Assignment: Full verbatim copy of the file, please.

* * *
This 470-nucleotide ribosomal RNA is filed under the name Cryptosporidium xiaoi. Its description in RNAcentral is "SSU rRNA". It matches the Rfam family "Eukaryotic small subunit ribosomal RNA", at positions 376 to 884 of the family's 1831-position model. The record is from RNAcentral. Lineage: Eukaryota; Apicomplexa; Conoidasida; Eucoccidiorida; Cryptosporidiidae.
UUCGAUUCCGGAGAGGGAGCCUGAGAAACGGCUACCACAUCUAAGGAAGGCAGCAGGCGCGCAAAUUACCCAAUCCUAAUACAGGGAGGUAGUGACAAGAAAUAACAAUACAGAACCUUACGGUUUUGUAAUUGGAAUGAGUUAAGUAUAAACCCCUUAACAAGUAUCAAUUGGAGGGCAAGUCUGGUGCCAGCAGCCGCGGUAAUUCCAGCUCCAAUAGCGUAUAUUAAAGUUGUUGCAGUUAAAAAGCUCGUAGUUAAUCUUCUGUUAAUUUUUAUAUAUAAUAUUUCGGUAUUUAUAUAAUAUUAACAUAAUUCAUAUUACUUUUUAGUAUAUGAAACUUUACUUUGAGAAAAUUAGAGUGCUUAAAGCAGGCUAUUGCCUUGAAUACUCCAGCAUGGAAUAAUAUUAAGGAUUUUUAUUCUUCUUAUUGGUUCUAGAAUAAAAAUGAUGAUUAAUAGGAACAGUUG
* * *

This 470-nucleotide ribosomal RNA is filed under the name Cryptosporidium xiaoi. Its description in RNAcentral is "SSU rRNA". It matches the Rfam family "Eukaryotic small subunit ribosomal RNA", at positions 376 to 884 of the family's 1831-position model. The record is from RNAcentral. Lineage: Eukaryota; Apicomplexa; Conoidasida; Eucoccidiorida; Cryptosporidiidae.
UUCGAUUCCGGAGAGGGAGCCUGAGAAACGGCUACCACAUCUAAGGAAGGCAGCAGGCGCGCAAAUUACCCAAUCCUAAUACAGGGAGGUAGUGACAAGAAAUAACAAUACAGAACCUUACGGUUUUGUAAUUGGAAUGAGUUAAGUAUAAACCCCUUAACAAGUAUCAAUUGGAGGGCAAGUCUGGUGCCAGCAGCCGCGGUAAUUCCAGCUCCAAUAGCGUAUAUUAAAGUUGUUGCAGUUAAAAAGCUCGUAGUUAAUCUUCUGUUAAUUUUUAUAUAUAAUAUUUCGGUAUUUAUAUAAUAUUAACAUAAUUCAUAUUACUUUUUAGUAUAUGAAACUUUACUUUGAGAAAAUUAGAGUGCUUAAAGCAGGCUAUUGCCUUGAAUACUCCAGCAUGGAAUAAUAUUAAGGAUUUUUAUUCUUCUUAUUGGUUCUAGAAUAAAAAUGAUGAUUAAUAGGAACAGUUG